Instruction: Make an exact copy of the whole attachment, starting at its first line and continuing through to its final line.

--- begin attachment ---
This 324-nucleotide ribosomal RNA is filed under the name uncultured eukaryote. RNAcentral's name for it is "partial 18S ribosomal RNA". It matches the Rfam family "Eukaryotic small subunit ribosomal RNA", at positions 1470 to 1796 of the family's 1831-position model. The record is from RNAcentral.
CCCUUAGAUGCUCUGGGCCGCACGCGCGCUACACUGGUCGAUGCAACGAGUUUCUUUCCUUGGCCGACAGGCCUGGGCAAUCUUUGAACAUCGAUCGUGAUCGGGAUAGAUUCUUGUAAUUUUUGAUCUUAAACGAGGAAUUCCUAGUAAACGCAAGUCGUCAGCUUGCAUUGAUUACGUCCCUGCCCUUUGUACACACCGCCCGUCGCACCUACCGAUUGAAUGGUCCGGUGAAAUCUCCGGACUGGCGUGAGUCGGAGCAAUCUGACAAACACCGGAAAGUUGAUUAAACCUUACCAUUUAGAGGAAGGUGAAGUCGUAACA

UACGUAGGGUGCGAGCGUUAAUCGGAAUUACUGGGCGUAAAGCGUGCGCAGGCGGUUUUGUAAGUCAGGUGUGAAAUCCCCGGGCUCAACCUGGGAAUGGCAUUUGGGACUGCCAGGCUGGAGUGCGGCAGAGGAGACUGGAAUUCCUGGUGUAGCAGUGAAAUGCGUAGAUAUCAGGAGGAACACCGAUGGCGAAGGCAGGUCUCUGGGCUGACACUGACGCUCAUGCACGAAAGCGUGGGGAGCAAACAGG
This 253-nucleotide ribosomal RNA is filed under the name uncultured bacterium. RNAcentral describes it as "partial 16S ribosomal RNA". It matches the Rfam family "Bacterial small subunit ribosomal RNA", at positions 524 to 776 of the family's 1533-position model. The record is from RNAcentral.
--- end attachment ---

This 324-nucleotide ribosomal RNA is filed under the name uncultured eukaryote. RNAcentral's name for it is "partial 18S ribosomal RNA". It matches the Rfam family "Eukaryotic small subunit ribosomal RNA", at positions 1470 to 1796 of the family's 1831-position model. The record is from RNAcentral.
CCCUUAGAUGCUCUGGGCCGCACGCGCGCUACACUGGUCGAUGCAACGAGUUUCUUUCCUUGGCCGACAGGCCUGGGCAAUCUUUGAACAUCGAUCGUGAUCGGGAUAGAUUCUUGUAAUUUUUGAUCUUAAACGAGGAAUUCCUAGUAAACGCAAGUCGUCAGCUUGCAUUGAUUACGUCCCUGCCCUUUGUACACACCGCCCGUCGCACCUACCGAUUGAAUGGUCCGGUGAAAUCUCCGGACUGGCGUGAGUCGGAGCAAUCUGACAAACACCGGAAAGUUGAUUAAACCUUACCAUUUAGAGGAAGGUGAAGUCGUAACA

UACGUAGGGUGCGAGCGUUAAUCGGAAUUACUGGGCGUAAAGCGUGCGCAGGCGGUUUUGUAAGUCAGGUGUGAAAUCCCCGGGCUCAACCUGGGAAUGGCAUUUGGGACUGCCAGGCUGGAGUGCGGCAGAGGAGACUGGAAUUCCUGGUGUAGCAGUGAAAUGCGUAGAUAUCAGGAGGAACACCGAUGGCGAAGGCAGGUCUCUGGGCUGACACUGACGCUCAUGCACGAAAGCGUGGGGAGCAAACAGG
This 253-nucleotide ribosomal RNA is filed under the name uncultured bacterium. RNAcentral describes it as "partial 16S ribosomal RNA". It matches the Rfam family "Bacterial small subunit ribosomal RNA", at positions 524 to 776 of the family's 1533-position model. The record is from RNAcentral.